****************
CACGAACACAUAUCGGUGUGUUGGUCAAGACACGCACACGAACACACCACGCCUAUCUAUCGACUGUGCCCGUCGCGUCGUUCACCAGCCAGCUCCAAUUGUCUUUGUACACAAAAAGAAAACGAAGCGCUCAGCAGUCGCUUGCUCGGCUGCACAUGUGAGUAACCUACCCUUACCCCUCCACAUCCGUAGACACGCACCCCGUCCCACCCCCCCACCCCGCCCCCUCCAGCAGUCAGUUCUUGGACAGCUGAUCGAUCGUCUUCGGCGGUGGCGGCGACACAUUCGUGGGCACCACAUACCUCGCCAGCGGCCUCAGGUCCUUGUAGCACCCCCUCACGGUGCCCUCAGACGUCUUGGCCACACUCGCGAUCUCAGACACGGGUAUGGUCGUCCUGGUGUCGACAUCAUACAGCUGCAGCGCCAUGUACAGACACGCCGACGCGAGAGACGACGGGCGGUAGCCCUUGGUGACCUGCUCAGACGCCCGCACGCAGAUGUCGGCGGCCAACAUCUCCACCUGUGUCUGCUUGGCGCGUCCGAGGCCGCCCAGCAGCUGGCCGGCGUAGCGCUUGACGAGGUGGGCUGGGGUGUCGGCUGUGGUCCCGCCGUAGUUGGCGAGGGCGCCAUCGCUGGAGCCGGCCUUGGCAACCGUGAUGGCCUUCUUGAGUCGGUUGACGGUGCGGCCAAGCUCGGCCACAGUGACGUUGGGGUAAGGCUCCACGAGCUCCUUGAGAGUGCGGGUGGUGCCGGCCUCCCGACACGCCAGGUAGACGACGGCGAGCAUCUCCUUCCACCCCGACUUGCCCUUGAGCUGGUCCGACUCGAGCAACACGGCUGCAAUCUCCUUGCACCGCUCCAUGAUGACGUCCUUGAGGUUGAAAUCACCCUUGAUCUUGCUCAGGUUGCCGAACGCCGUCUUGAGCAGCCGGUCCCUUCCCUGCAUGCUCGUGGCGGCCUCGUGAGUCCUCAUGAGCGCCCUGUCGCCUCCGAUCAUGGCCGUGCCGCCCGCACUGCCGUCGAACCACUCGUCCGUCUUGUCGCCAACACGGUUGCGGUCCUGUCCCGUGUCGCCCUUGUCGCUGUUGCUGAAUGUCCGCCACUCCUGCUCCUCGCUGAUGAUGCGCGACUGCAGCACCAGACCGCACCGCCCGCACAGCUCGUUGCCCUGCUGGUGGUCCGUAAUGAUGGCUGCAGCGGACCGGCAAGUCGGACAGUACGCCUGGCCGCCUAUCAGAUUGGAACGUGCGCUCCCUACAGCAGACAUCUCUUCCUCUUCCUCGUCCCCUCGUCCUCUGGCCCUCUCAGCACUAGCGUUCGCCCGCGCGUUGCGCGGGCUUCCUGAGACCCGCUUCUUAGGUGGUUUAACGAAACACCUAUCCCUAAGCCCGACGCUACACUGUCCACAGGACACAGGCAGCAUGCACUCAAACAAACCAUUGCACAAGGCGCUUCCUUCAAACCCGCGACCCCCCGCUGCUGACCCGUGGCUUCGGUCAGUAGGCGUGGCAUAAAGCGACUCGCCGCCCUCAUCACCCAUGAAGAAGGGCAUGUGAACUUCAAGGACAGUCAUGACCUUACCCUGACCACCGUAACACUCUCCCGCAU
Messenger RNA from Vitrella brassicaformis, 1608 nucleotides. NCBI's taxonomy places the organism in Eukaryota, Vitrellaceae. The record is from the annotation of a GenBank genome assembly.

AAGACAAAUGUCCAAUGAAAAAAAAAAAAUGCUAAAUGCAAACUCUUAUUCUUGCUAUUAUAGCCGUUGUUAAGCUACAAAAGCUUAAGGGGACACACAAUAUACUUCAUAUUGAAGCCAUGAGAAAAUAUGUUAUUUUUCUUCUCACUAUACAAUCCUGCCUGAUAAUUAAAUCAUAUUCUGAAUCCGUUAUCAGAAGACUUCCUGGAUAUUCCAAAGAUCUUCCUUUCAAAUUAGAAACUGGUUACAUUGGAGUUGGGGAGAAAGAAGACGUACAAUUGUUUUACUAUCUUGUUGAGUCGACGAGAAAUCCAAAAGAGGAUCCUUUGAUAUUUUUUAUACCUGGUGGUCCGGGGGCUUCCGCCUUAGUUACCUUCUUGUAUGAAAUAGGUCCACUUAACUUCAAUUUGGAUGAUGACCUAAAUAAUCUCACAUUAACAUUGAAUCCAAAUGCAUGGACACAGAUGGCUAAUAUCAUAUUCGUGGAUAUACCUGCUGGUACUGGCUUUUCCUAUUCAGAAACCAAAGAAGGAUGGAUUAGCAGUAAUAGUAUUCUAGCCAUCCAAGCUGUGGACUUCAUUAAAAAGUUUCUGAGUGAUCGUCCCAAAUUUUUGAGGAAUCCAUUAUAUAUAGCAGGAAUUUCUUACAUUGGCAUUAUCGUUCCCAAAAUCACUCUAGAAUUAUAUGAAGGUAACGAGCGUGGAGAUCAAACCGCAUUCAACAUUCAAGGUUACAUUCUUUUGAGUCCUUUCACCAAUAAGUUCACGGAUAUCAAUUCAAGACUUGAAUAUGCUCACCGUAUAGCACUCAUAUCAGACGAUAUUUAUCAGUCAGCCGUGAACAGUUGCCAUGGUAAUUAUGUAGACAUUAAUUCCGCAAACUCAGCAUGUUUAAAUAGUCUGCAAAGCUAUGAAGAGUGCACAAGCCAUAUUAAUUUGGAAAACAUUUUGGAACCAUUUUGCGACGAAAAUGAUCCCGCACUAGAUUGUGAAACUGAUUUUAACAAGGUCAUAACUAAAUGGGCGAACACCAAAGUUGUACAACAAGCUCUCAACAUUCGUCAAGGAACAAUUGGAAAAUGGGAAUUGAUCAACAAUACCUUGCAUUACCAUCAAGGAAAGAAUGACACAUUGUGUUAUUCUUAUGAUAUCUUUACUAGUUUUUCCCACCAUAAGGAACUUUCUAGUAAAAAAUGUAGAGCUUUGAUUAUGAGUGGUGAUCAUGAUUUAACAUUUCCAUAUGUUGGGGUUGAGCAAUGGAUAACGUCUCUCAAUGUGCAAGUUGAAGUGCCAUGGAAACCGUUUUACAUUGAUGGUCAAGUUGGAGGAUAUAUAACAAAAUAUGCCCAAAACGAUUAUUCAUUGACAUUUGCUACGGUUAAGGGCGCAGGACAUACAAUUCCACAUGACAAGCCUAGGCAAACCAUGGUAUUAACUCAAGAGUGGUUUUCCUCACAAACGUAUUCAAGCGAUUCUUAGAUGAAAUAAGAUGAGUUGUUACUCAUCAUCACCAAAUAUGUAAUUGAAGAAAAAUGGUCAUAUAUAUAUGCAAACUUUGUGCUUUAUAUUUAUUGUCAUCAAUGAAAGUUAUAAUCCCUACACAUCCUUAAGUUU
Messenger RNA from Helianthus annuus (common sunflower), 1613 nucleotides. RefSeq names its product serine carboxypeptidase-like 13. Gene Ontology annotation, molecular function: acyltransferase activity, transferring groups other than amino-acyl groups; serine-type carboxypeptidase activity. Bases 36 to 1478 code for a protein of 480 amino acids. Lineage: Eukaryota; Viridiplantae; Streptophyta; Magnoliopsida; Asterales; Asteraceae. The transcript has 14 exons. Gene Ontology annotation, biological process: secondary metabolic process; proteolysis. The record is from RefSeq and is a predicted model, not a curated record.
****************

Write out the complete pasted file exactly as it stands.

CACGAACACAUAUCGGUGUGUUGGUCAAGACACGCACACGAACACACCACGCCUAUCUAUCGACUGUGCCCGUCGCGUCGUUCACCAGCCAGCUCCAAUUGUCUUUGUACACAAAAAGAAAACGAAGCGCUCAGCAGUCGCUUGCUCGGCUGCACAUGUGAGUAACCUACCCUUACCCCUCCACAUCCGUAGACACGCACCCCGUCCCACCCCCCCACCCCGCCCCCUCCAGCAGUCAGUUCUUGGACAGCUGAUCGAUCGUCUUCGGCGGUGGCGGCGACACAUUCGUGGGCACCACAUACCUCGCCAGCGGCCUCAGGUCCUUGUAGCACCCCCUCACGGUGCCCUCAGACGUCUUGGCCACACUCGCGAUCUCAGACACGGGUAUGGUCGUCCUGGUGUCGACAUCAUACAGCUGCAGCGCCAUGUACAGACACGCCGACGCGAGAGACGACGGGCGGUAGCCCUUGGUGACCUGCUCAGACGCCCGCACGCAGAUGUCGGCGGCCAACAUCUCCACCUGUGUCUGCUUGGCGCGUCCGAGGCCGCCCAGCAGCUGGCCGGCGUAGCGCUUGACGAGGUGGGCUGGGGUGUCGGCUGUGGUCCCGCCGUAGUUGGCGAGGGCGCCAUCGCUGGAGCCGGCCUUGGCAACCGUGAUGGCCUUCUUGAGUCGGUUGACGGUGCGGCCAAGCUCGGCCACAGUGACGUUGGGGUAAGGCUCCACGAGCUCCUUGAGAGUGCGGGUGGUGCCGGCCUCCCGACACGCCAGGUAGACGACGGCGAGCAUCUCCUUCCACCCCGACUUGCCCUUGAGCUGGUCCGACUCGAGCAACACGGCUGCAAUCUCCUUGCACCGCUCCAUGAUGACGUCCUUGAGGUUGAAAUCACCCUUGAUCUUGCUCAGGUUGCCGAACGCCGUCUUGAGCAGCCGGUCCCUUCCCUGCAUGCUCGUGGCGGCCUCGUGAGUCCUCAUGAGCGCCCUGUCGCCUCCGAUCAUGGCCGUGCCGCCCGCACUGCCGUCGAACCACUCGUCCGUCUUGUCGCCAACACGGUUGCGGUCCUGUCCCGUGUCGCCCUUGUCGCUGUUGCUGAAUGUCCGCCACUCCUGCUCCUCGCUGAUGAUGCGCGACUGCAGCACCAGACCGCACCGCCCGCACAGCUCGUUGCCCUGCUGGUGGUCCGUAAUGAUGGCUGCAGCGGACCGGCAAGUCGGACAGUACGCCUGGCCGCCUAUCAGAUUGGAACGUGCGCUCCCUACAGCAGACAUCUCUUCCUCUUCCUCGUCCCCUCGUCCUCUGGCCCUCUCAGCACUAGCGUUCGCCCGCGCGUUGCGCGGGCUUCCUGAGACCCGCUUCUUAGGUGGUUUAACGAAACACCUAUCCCUAAGCCCGACGCUACACUGUCCACAGGACACAGGCAGCAUGCACUCAAACAAACCAUUGCACAAGGCGCUUCCUUCAAACCCGCGACCCCCCGCUGCUGACCCGUGGCUUCGGUCAGUAGGCGUGGCAUAAAGCGACUCGCCGCCCUCAUCACCCAUGAAGAAGGGCAUGUGAACUUCAAGGACAGUCAUGACCUUACCCUGACCACCGUAACACUCUCCCGCAU
Messenger RNA from Vitrella brassicaformis, 1608 nucleotides. NCBI's taxonomy places the organism in Eukaryota, Vitrellaceae. The record is from the annotation of a GenBank genome assembly.

AAGACAAAUGUCCAAUGAAAAAAAAAAAAUGCUAAAUGCAAACUCUUAUUCUUGCUAUUAUAGCCGUUGUUAAGCUACAAAAGCUUAAGGGGACACACAAUAUACUUCAUAUUGAAGCCAUGAGAAAAUAUGUUAUUUUUCUUCUCACUAUACAAUCCUGCCUGAUAAUUAAAUCAUAUUCUGAAUCCGUUAUCAGAAGACUUCCUGGAUAUUCCAAAGAUCUUCCUUUCAAAUUAGAAACUGGUUACAUUGGAGUUGGGGAGAAAGAAGACGUACAAUUGUUUUACUAUCUUGUUGAGUCGACGAGAAAUCCAAAAGAGGAUCCUUUGAUAUUUUUUAUACCUGGUGGUCCGGGGGCUUCCGCCUUAGUUACCUUCUUGUAUGAAAUAGGUCCACUUAACUUCAAUUUGGAUGAUGACCUAAAUAAUCUCACAUUAACAUUGAAUCCAAAUGCAUGGACACAGAUGGCUAAUAUCAUAUUCGUGGAUAUACCUGCUGGUACUGGCUUUUCCUAUUCAGAAACCAAAGAAGGAUGGAUUAGCAGUAAUAGUAUUCUAGCCAUCCAAGCUGUGGACUUCAUUAAAAAGUUUCUGAGUGAUCGUCCCAAAUUUUUGAGGAAUCCAUUAUAUAUAGCAGGAAUUUCUUACAUUGGCAUUAUCGUUCCCAAAAUCACUCUAGAAUUAUAUGAAGGUAACGAGCGUGGAGAUCAAACCGCAUUCAACAUUCAAGGUUACAUUCUUUUGAGUCCUUUCACCAAUAAGUUCACGGAUAUCAAUUCAAGACUUGAAUAUGCUCACCGUAUAGCACUCAUAUCAGACGAUAUUUAUCAGUCAGCCGUGAACAGUUGCCAUGGUAAUUAUGUAGACAUUAAUUCCGCAAACUCAGCAUGUUUAAAUAGUCUGCAAAGCUAUGAAGAGUGCACAAGCCAUAUUAAUUUGGAAAACAUUUUGGAACCAUUUUGCGACGAAAAUGAUCCCGCACUAGAUUGUGAAACUGAUUUUAACAAGGUCAUAACUAAAUGGGCGAACACCAAAGUUGUACAACAAGCUCUCAACAUUCGUCAAGGAACAAUUGGAAAAUGGGAAUUGAUCAACAAUACCUUGCAUUACCAUCAAGGAAAGAAUGACACAUUGUGUUAUUCUUAUGAUAUCUUUACUAGUUUUUCCCACCAUAAGGAACUUUCUAGUAAAAAAUGUAGAGCUUUGAUUAUGAGUGGUGAUCAUGAUUUAACAUUUCCAUAUGUUGGGGUUGAGCAAUGGAUAACGUCUCUCAAUGUGCAAGUUGAAGUGCCAUGGAAACCGUUUUACAUUGAUGGUCAAGUUGGAGGAUAUAUAACAAAAUAUGCCCAAAACGAUUAUUCAUUGACAUUUGCUACGGUUAAGGGCGCAGGACAUACAAUUCCACAUGACAAGCCUAGGCAAACCAUGGUAUUAACUCAAGAGUGGUUUUCCUCACAAACGUAUUCAAGCGAUUCUUAGAUGAAAUAAGAUGAGUUGUUACUCAUCAUCACCAAAUAUGUAAUUGAAGAAAAAUGGUCAUAUAUAUAUGCAAACUUUGUGCUUUAUAUUUAUUGUCAUCAAUGAAAGUUAUAAUCCCUACACAUCCUUAAGUUU
Messenger RNA from Helianthus annuus (common sunflower), 1613 nucleotides. RefSeq names its product serine carboxypeptidase-like 13. Gene Ontology annotation, molecular function: acyltransferase activity, transferring groups other than amino-acyl groups; serine-type carboxypeptidase activity. Bases 36 to 1478 code for a protein of 480 amino acids. Lineage: Eukaryota; Viridiplantae; Streptophyta; Magnoliopsida; Asterales; Asteraceae. The transcript has 14 exons. Gene Ontology annotation, biological process: secondary metabolic process; proteolysis. The record is from RefSeq and is a predicted model, not a curated record.